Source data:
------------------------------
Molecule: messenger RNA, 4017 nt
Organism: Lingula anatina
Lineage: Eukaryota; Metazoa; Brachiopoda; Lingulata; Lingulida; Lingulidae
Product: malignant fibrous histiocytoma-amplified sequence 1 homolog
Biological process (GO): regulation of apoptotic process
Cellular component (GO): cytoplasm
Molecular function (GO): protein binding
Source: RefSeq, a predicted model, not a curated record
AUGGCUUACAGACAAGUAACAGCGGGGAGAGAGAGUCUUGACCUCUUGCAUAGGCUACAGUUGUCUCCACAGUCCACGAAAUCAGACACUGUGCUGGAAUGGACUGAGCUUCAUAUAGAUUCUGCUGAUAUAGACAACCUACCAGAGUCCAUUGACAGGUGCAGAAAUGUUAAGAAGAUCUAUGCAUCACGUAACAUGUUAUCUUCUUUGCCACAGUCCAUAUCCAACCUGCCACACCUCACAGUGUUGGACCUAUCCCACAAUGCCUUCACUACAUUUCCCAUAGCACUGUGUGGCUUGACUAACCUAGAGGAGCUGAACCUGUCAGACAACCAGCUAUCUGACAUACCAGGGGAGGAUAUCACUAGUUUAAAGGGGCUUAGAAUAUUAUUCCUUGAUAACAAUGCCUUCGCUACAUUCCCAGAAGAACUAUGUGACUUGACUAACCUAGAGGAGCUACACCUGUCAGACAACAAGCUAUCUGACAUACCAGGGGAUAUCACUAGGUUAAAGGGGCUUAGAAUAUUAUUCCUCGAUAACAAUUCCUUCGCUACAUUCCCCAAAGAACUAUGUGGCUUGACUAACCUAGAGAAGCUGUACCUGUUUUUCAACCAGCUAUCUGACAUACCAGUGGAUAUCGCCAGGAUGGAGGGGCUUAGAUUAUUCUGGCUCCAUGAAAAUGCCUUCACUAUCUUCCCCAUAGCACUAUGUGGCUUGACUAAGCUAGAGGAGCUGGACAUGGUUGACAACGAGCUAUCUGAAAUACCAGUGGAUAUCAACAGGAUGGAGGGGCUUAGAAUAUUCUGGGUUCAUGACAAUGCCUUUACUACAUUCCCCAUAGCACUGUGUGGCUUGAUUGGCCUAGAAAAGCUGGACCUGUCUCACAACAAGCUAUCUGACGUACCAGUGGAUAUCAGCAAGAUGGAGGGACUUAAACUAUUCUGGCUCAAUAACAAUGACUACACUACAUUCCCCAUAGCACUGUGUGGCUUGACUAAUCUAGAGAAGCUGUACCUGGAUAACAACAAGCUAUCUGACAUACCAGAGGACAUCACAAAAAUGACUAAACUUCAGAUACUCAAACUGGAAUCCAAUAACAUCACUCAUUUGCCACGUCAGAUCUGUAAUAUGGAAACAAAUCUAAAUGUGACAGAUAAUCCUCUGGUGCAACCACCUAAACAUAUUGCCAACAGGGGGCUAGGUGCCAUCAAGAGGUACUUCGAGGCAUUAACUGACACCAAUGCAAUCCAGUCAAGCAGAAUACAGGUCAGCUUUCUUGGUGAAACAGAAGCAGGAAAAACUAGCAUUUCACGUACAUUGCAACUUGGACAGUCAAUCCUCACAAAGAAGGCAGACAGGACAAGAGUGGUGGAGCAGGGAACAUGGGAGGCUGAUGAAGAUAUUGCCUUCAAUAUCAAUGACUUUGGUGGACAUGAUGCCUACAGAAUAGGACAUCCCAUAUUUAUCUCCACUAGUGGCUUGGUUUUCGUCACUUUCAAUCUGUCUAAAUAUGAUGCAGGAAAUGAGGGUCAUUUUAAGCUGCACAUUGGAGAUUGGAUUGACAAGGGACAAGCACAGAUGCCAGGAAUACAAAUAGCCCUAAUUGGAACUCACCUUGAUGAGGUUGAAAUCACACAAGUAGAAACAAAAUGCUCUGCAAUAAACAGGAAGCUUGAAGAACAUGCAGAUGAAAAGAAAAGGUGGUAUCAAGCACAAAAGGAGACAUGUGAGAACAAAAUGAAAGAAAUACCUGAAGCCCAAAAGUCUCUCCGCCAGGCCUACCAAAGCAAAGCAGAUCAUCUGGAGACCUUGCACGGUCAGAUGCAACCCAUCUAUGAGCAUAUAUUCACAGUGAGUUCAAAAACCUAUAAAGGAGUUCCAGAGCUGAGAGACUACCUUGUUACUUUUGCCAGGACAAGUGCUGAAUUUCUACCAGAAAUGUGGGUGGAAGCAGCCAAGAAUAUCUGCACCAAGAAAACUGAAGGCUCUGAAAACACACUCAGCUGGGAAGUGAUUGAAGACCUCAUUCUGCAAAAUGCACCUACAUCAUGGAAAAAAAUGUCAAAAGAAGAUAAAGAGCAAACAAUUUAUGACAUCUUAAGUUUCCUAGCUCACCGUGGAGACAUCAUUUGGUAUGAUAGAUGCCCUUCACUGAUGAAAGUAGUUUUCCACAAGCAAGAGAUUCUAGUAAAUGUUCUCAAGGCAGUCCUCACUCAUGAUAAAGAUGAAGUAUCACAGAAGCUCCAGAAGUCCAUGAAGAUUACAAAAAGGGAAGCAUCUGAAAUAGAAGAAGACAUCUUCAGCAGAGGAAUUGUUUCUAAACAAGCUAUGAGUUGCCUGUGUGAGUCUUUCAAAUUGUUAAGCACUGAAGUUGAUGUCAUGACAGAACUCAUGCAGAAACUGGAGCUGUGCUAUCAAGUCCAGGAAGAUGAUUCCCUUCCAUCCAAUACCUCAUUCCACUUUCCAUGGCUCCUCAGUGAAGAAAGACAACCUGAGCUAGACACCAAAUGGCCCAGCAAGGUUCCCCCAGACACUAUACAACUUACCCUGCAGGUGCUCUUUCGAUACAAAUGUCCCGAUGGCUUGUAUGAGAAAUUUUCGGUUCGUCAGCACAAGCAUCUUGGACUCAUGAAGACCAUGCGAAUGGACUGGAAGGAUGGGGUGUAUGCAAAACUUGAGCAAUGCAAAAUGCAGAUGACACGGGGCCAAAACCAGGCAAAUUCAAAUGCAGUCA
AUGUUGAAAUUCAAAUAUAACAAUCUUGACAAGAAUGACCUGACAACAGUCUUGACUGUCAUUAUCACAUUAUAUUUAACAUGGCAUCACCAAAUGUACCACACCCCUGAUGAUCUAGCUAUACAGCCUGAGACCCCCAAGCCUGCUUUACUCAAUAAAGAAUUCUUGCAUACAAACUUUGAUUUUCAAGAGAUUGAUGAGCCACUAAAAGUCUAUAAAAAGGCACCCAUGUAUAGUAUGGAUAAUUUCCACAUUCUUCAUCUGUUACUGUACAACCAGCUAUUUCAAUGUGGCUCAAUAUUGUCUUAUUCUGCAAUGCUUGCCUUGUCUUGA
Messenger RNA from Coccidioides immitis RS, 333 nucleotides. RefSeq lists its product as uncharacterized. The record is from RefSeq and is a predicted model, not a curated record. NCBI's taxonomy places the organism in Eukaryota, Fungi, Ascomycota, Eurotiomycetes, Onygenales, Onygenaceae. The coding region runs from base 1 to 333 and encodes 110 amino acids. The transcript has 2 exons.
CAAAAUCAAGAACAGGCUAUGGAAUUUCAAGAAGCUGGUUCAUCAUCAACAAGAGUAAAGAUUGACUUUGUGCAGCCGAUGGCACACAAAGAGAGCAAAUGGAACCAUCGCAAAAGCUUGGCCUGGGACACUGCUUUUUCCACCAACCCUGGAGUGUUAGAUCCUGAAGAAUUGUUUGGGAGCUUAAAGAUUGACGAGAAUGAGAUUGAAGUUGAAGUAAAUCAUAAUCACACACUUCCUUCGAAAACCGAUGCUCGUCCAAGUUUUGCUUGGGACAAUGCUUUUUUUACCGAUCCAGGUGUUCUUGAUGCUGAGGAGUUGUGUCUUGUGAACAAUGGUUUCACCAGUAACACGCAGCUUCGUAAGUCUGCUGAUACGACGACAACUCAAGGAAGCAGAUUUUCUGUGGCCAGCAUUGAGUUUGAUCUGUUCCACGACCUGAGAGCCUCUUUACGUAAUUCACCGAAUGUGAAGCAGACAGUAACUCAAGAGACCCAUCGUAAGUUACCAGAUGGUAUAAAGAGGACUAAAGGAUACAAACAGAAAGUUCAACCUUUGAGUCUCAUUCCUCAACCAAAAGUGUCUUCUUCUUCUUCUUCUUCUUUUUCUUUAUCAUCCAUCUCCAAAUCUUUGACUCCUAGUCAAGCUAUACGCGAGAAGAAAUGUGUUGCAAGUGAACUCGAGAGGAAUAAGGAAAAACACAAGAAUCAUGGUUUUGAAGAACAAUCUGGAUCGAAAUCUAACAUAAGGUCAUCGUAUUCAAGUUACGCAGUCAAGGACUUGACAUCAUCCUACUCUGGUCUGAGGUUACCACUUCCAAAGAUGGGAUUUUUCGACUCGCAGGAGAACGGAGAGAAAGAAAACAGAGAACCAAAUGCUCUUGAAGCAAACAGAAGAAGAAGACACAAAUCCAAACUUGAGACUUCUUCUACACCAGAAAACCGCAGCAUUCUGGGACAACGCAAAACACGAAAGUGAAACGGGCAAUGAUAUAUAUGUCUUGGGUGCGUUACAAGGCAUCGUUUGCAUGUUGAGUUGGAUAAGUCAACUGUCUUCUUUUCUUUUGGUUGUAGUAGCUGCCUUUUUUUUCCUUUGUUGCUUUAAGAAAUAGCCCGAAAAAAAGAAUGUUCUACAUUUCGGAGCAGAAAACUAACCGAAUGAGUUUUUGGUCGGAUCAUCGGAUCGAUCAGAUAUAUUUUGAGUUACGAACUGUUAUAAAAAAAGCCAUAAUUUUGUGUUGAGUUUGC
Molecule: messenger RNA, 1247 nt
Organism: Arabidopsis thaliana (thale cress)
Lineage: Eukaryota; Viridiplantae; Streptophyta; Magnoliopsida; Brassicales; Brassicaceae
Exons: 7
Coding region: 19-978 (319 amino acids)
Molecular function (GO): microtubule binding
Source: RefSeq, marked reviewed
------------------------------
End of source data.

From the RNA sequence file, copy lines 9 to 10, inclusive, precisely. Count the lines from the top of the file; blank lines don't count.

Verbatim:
AUGGCUUACAGACAAGUAACAGCGGGGAGAGAGAGUCUUGACCUCUUGCAUAGGCUACAGUUGUCUCCACAGUCCACGAAAUCAGACACUGUGCUGGAAUGGACUGAGCUUCAUAUAGAUUCUGCUGAUAUAGACAACCUACCAGAGUCCAUUGACAGGUGCAGAAAUGUUAAGAAGAUCUAUGCAUCACGUAACAUGUUAUCUUCUUUGCCACAGUCCAUAUCCAACCUGCCACACCUCACAGUGUUGGACCUAUCCCACAAUGCCUUCACUACAUUUCCCAUAGCACUGUGUGGCUUGACUAACCUAGAGGAGCUGAACCUGUCAGACAACCAGCUAUCUGACAUACCAGGGGAGGAUAUCACUAGUUUAAAGGGGCUUAGAAUAUUAUUCCUUGAUAACAAUGCCUUCGCUACAUUCCCAGAAGAACUAUGUGACUUGACUAACCUAGAGGAGCUACACCUGUCAGACAACAAGCUAUCUGACAUACCAGGGGAUAUCACUAGGUUAAAGGGGCUUAGAAUAUUAUUCCUCGAUAACAAUUCCUUCGCUACAUUCCCCAAAGAACUAUGUGGCUUGACUAACCUAGAGAAGCUGUACCUGUUUUUCAACCAGCUAUCUGACAUACCAGUGGAUAUCGCCAGGAUGGAGGGGCUUAGAUUAUUCUGGCUCCAUGAAAAUGCCUUCACUAUCUUCCCCAUAGCACUAUGUGGCUUGACUAAGCUAGAGGAGCUGGACAUGGUUGACAACGAGCUAUCUGAAAUACCAGUGGAUAUCAACAGGAUGGAGGGGCUUAGAAUAUUCUGGGUUCAUGACAAUGCCUUUACUACAUUCCCCAUAGCACUGUGUGGCUUGAUUGGCCUAGAAAAGCUGGACCUGUCUCACAACAAGCUAUCUGACGUACCAGUGGAUAUCAGCAAGAUGGAGGGACUUAAACUAUUCUGGCUCAAUAACAAUGACUACACUACAUUCCCCAUAGCACUGUGUGGCUUGACUAAUCUAGAGAAGCUGUACCUGGAUAACAACAAGCUAUCUGACAUACCAGAGGACAUCACAAAAAUGACUAAACUUCAGAUACUCAAACUGGAAUCCAAUAACAUCACUCAUUUGCCACGUCAGAUCUGUAAUAUGGAAACAAAUCUAAAUGUGACAGAUAAUCCUCUGGUGCAACCACCUAAACAUAUUGCCAACAGGGGGCUAGGUGCCAUCAAGAGGUACUUCGAGGCAUUAACUGACACCAAUGCAAUCCAGUCAAGCAGAAUACAGGUCAGCUUUCUUGGUGAAACAGAAGCAGGAAAAACUAGCAUUUCACGUACAUUGCAACUUGGACAGUCAAUCCUCACAAAGAAGGCAGACAGGACAAGAGUGGUGGAGCAGGGAACAUGGGAGGCUGAUGAAGAUAUUGCCUUCAAUAUCAAUGACUUUGGUGGACAUGAUGCCUACAGAAUAGGACAUCCCAUAUUUAUCUCCACUAGUGGCUUGGUUUUCGUCACUUUCAAUCUGUCUAAAUAUGAUGCAGGAAAUGAGGGUCAUUUUAAGCUGCACAUUGGAGAUUGGAUUGACAAGGGACAAGCACAGAUGCCAGGAAUACAAAUAGCCCUAAUUGGAACUCACCUUGAUGAGGUUGAAAUCACACAAGUAGAAACAAAAUGCUCUGCAAUAAACAGGAAGCUUGAAGAACAUGCAGAUGAAAAGAAAAGGUGGUAUCAAGCACAAAAGGAGACAUGUGAGAACAAAAUGAAAGAAAUACCUGAAGCCCAAAAGUCUCUCCGCCAGGCCUACCAAAGCAAAGCAGAUCAUCUGGAGACCUUGCACGGUCAGAUGCAACCCAUCUAUGAGCAUAUAUUCACAGUGAGUUCAAAAACCUAUAAAGGAGUUCCAGAGCUGAGAGACUACCUUGUUACUUUUGCCAGGACAAGUGCUGAAUUUCUACCAGAAAUGUGGGUGGAAGCAGCCAAGAAUAUCUGCACCAAGAAAACUGAAGGCUCUGAAAACACACUCAGCUGGGAAGUGAUUGAAGACCUCAUUCUGCAAAAUGCACCUACAUCAUGGAAAAAAAUGUCAAAAGAAGAUAAAGAGCAAACAAUUUAUGACAUCUUAAGUUUCCUAGCUCACCGUGGAGACAUCAUUUGGUAUGAUAGAUGCCCUUCACUGAUGAAAGUAGUUUUCCACAAGCAAGAGAUUCUAGUAAAUGUUCUCAAGGCAGUCCUCACUCAUGAUAAAGAUGAAGUAUCACAGAAGCUCCAGAAGUCCAUGAAGAUUACAAAAAGGGAAGCAUCUGAAAUAGAAGAAGACAUCUUCAGCAGAGGAAUUGUUUCUAAACAAGCUAUGAGUUGCCUGUGUGAGUCUUUCAAAUUGUUAAGCACUGAAGUUGAUGUCAUGACAGAACUCAUGCAGAAACUGGAGCUGUGCUAUCAAGUCCAGGAAGAUGAUUCCCUUCCAUCCAAUACCUCAUUCCACUUUCCAUGGCUCCUCAGUGAAGAAAGACAACCUGAGCUAGACACCAAAUGGCCCAGCAAGGUUCCCCCAGACACUAUACAACUUACCCUGCAGGUGCUCUUUCGAUACAAAUGUCCCGAUGGCUUGUAUGAGAAAUUUUCGGUUCGUCAGCACAAGCAUCUUGGACUCAUGAAGACCAUGCGAAUGGACUGGAAGGAUGGGGUGUAUGCAAAACUUGAGCAAUGCAAAAUGCAGAUGACACGGGGCCAAAACCAGGCAAAUUCAAAUGCAGUCA
AUGUUGAAAUUCAAAUAUAACAAUCUUGACAAGAAUGACCUGACAACAGUCUUGACUGUCAUUAUCACAUUAUAUUUAACAUGGCAUCACCAAAUGUACCACACCCCUGAUGAUCUAGCUAUACAGCCUGAGACCCCCAAGCCUGCUUUACUCAAUAAAGAAUUCUUGCAUACAAACUUUGAUUUUCAAGAGAUUGAUGAGCCACUAAAAGUCUAUAAAAAGGCACCCAUGUAUAGUAUGGAUAAUUUCCACAUUCUUCAUCUGUUACUGUACAACCAGCUAUUUCAAUGUGGCUCAAUAUUGUCUUAUUCUGCAAUGCUUGCCUUGUCUUGA